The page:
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We have to support Dr Majoro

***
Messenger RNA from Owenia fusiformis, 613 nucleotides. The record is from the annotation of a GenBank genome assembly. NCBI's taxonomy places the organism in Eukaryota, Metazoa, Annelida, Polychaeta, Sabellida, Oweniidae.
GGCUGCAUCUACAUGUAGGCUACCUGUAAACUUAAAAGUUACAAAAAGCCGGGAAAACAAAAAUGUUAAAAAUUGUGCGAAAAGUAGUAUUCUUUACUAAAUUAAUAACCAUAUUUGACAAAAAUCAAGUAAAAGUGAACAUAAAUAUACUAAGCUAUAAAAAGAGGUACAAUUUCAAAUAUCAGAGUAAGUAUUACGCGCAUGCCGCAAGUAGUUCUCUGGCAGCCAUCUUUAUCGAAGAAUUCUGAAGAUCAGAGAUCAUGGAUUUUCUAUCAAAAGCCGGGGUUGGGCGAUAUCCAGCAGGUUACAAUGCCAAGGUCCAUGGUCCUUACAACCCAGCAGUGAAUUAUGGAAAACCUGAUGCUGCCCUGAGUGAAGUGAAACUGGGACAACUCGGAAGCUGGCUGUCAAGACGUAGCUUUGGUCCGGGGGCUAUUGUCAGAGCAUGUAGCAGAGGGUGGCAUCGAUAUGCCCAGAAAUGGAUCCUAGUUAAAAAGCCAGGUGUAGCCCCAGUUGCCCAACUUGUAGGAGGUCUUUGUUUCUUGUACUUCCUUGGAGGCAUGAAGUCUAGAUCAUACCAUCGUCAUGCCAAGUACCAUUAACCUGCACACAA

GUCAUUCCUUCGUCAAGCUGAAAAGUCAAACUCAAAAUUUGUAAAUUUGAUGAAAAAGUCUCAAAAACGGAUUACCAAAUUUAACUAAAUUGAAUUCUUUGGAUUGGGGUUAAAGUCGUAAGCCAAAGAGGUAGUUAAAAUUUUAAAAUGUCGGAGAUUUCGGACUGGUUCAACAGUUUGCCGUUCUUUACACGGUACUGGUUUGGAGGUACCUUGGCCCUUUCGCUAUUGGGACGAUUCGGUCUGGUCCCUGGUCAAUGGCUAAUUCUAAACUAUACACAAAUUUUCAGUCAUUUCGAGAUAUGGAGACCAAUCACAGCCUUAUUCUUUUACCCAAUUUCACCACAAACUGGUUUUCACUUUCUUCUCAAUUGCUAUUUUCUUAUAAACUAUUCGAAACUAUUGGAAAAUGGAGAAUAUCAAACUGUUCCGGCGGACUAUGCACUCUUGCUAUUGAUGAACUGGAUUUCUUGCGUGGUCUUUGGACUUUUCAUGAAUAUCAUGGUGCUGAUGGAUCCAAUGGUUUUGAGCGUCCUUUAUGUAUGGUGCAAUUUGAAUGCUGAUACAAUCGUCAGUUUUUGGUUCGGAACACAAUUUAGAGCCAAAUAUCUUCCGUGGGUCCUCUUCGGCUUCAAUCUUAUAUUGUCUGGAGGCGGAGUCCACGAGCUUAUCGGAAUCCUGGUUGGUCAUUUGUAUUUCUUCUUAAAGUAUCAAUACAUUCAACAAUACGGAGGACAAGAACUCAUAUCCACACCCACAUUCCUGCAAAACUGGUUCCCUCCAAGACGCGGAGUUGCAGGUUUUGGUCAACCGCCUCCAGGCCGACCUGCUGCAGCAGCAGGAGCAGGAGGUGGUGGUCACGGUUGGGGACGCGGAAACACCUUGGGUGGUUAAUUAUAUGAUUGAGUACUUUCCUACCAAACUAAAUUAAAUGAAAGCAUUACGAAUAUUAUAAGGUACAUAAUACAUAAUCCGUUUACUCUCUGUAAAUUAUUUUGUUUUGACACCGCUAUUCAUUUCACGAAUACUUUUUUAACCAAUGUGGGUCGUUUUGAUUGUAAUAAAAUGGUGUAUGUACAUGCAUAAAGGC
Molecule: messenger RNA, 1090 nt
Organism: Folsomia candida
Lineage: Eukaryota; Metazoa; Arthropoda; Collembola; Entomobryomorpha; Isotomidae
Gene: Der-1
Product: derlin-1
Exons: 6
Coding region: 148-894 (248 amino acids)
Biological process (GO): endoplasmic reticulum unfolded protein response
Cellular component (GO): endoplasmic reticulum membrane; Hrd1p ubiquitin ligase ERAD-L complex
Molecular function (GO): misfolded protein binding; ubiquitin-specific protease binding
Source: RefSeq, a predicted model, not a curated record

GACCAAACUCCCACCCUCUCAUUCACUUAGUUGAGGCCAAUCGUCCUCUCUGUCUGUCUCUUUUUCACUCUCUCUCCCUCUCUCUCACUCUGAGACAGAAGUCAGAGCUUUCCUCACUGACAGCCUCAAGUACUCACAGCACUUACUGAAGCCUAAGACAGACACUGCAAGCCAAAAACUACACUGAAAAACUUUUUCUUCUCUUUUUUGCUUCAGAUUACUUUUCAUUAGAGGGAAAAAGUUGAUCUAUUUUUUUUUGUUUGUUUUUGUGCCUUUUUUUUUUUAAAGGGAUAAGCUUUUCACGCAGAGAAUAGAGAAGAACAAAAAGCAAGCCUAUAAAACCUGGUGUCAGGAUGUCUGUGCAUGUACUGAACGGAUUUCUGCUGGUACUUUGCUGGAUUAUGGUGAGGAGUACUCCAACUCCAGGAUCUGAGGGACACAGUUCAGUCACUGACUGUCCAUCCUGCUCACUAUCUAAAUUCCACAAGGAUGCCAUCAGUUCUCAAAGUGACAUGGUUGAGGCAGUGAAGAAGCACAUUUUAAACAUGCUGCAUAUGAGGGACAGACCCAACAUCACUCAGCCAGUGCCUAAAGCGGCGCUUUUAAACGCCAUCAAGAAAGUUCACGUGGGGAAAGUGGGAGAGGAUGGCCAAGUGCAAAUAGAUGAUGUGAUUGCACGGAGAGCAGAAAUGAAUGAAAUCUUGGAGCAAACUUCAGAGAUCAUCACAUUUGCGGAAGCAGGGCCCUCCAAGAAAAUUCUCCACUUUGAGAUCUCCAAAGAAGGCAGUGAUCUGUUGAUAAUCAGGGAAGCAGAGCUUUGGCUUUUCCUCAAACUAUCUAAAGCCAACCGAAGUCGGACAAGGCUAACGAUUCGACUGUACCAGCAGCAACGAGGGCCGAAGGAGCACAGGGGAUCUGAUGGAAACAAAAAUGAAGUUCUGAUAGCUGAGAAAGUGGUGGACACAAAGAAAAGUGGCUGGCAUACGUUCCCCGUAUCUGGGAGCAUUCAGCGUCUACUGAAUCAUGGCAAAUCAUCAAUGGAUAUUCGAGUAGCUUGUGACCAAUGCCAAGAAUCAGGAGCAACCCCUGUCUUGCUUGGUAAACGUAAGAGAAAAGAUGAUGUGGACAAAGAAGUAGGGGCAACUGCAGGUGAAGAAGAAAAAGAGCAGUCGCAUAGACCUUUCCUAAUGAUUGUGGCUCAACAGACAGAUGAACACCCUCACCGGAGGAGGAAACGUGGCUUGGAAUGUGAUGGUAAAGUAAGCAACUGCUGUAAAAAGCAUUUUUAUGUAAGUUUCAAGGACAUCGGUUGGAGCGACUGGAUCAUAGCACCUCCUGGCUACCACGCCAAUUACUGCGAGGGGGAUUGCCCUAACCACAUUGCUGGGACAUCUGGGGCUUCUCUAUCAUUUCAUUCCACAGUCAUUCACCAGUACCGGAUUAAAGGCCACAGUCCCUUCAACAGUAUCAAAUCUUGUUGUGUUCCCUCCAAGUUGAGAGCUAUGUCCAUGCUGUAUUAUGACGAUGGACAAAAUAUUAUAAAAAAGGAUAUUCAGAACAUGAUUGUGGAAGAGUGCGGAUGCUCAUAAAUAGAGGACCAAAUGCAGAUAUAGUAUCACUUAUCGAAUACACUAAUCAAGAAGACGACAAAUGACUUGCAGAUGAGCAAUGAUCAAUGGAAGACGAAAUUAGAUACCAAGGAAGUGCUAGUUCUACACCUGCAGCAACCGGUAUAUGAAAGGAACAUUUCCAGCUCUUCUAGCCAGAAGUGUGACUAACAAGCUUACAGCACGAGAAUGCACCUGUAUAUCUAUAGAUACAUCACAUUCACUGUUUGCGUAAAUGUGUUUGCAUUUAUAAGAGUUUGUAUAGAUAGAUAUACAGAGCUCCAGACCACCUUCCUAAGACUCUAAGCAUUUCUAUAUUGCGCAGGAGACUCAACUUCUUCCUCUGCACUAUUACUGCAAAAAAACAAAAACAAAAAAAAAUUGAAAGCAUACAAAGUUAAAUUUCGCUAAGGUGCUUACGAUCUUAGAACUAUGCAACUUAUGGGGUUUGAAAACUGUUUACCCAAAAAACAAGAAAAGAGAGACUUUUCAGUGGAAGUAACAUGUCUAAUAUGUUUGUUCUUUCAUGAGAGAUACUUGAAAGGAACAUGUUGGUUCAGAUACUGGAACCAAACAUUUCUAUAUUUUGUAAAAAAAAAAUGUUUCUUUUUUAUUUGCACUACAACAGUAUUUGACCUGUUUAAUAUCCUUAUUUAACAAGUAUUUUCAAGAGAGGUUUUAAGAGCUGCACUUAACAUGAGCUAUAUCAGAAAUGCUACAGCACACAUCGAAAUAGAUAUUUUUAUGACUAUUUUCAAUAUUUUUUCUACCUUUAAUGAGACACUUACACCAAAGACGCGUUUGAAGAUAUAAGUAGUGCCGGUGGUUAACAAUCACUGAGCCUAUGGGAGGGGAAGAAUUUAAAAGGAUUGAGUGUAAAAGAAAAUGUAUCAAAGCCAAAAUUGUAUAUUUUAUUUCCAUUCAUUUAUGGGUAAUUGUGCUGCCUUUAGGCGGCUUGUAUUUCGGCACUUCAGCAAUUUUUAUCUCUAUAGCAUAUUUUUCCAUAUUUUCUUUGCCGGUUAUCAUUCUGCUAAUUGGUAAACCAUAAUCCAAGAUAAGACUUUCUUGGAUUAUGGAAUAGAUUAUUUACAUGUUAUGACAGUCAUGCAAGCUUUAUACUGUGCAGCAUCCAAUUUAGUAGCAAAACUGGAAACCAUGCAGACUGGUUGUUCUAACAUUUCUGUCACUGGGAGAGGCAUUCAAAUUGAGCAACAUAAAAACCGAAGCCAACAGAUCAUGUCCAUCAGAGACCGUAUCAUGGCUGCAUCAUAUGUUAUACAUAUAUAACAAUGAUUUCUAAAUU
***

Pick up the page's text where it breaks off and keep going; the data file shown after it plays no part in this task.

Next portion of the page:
Back in my high school days (a very long time ago), one of our teachers decided to tap into his humour bank and told our class a rather “funny” joke. It wasn’t funny as in ha-ha but we all laughed out loud. Not at the joke but at him for telling such a dry joke. You’ll know how high school students are. The poor teacher said: One time, a blind man was invited for supper at a certain family. The family and guest all sat around the dinner table to enjoy a hearty home-cooked meal. The meal consisted of an oven-roasted chicken and fried rice (John would have said “flied lies”, if you know what I mean). As the family started to dish up, the guest was apportioned a quarter chicken leg on his plate. After a prayer to bless the food was made, the blind man (the guest) placed his hands over the plate and felt the quarter chicken leg. He then said, “Oh, I’ve been given a quarter chicken piece, I’m sure you’ve all dished half-chicken pieces on your plates.” Out of embarrassment, the mother of the house (the host) rushed quickly to change the quarter chicken leg and replaced it with a half chicken piece. Yet again, the blind man placed his hands over the plate and felt the half chicken piece. After feeling what he had been given, he then said, “Oh, I see! I now get half chicken on my plate. I’m sure that you’ve each dished out a full chicken on your plates (poleiting tsa lona, ke khoho, khoho, khoho). Out of frustration and anger, the mother took the entire roasted chicken and dumped it on the blind-man’s plate. As the story goes, the blind said, “Hmmm! Now that I’ve gotten a full chicken, I’m sure each of you has a full sheep on the plate.” (poleiting tsa lona ke nku, nku, nku). U so ka inahela mmali hore na nku e ka fella joang poleiting (You can take a wild guess how a whole sheep can fitbo a plate). The dinner date was ruined because nothing could satisfy the blind man. Nothing at all! The blind man loved to complain and most of all he was never satisfied. This is our disease in Lesotho. We’ve all prayed for a young, well-educated and open-minded Prime Minister. When we get one, we start to complain. “No, Ntate Tom was much better because he knew how to speak in public”. The next day, “No, Ntate Mosisili was way better. In his time in office, tenders were very easy to get” The day after, “No, we don’t see what Dr Majoro is doing. Maybe Mme Doti would be a much better option”. Hao banna, na re tla qeta? (When shall we stop?) I’ve also seen a silly comment on Facebook that read something like, “Timer lena (Dr Majoro) ha le na Vrrrr-pha!” But who really cares whether Dr Majoro has a Vrrr-pha or not? What we need at the moment is bread on the table. We need to support Dr Majoro regardless of his lack of charisma or charm and I’m not writing this piece as a way of soliciting a tender or as a member of the ABC. I’m neither a member of the ABC or the BNP, contrary to popular belief. I’m a businessman first. Our confused state of mind goes to show that we don’t really know what we want. But politics are certainly to blame for this mess. In Lesotho, the main purpose of our politics is to create dis-unity so that people think in a fragmented manner. The politics are very toxic and counter-productive. The agenda is never about developing Lesotho. It’s all about gaining power for tenders and appointments at different embassies. It’s a pure business transaction. “How many tenders will you kick-back, If I sponsor your political party for elections?” The biggest disappointment to date has been comments from one opposition party that was a member of the previous 4×4 government. I’ve read and seen very negative and ungodly comments such as, “When parliament finally re-opens, the first thing we’re going to do, is to topple Majoro’s government.” Before we continue, aren’t those comments treasonous? Look, we are in a time of deep crisis. In fact the whole situation is a mess. The Covid-19 crisis has compounded over and above the many problems that Lesotho already has. Lesotho is basically swimming in a pool of mud. Instead of our politicians maturing up and acting like adults, they choose to act like teenagers fighting over a girl’s attention. Our opposition political leaders should have told their members to rally behind Dr Majoro for two main reasons; for political and economic stability. Lesotho needs political stability first for the sake of economic stability. As a property developer, I know the negative effects of operating a business in a politically unstable environment and the biggest effect happens when Principal Secretaries are changed. Jesus! Since, we’ve now politicised almost everything in the country, the biggest mistake by far has been to politicise positions of Principal Secretaries (PS’s). Why do I say so? History tells us that positions of PS’s were once known as Permanent Secretaries and those appointments were mostly filled by career civil servants. That system worked very well until one “smart person” decided, “no man, I’m going to change these positions to Principal Secretaries and we’ll hire as we wish and according to party lines.” That was the beginning of the death of Lesotho’s public service sector. As things stand, PS’s are political appointees that know nothing about running the public service. Nothing! They are often recruited from their different political parties as a reward for their loyalty and come into government to push a business agenda. PS’s are business people within government. As a property developer, some of these projects can take almost three full years to package and they need constant communication with government officials. The situation we are in is that, this constant change of governments and constant change of PS’s is very disruptive to the business/private sector. Constant political change is very costly. When the government changes, things start from scratch. There is often no continuity and that frustrates the business community. That is the reason why Lesotho has fallen behind its peers, Botswana and eSwatini. Lesotho has been left as a least developed country and its counterparts have since graduated. For once, and just for once, our politicians need to act in solidarity. They need to start acting in unity. Dr Majoro is the best option that we have at the moment besides his flaws. It is time to rally behind him and support his leadership up until the 2022 elections. 2022 is almost here. I really do not understand what the urgency and pressure to change Dr Majoro’s government is unless the motive is to pillage whatever is left. Is it a matter of tenders? Or is it a matter retaining positions at different embassies? Or is it a matter of being driven around at the back-seat of a Mercedes-Benz? What’s so pressing and can’t wait before the 2022 elections? In closing, Lesotho is a cow that has been milked by its politicians until there’s nothing left. Politicians have forgotten to take the cow to graze over green pastures and to take it to the dam or the nearest river for fresh water. Politicians just want to milk and milk and milk the cow without ever feeding it. In this case, feeding the cow basically means growing the economy. There is nothing as destructive as having to lead people that undermine one’s authority. Let’s all learn to respect authority and support Dr Majoro to win. Under the current situation, if he wins, we all win and if he fails, we all fail. ‘Mako Bohloa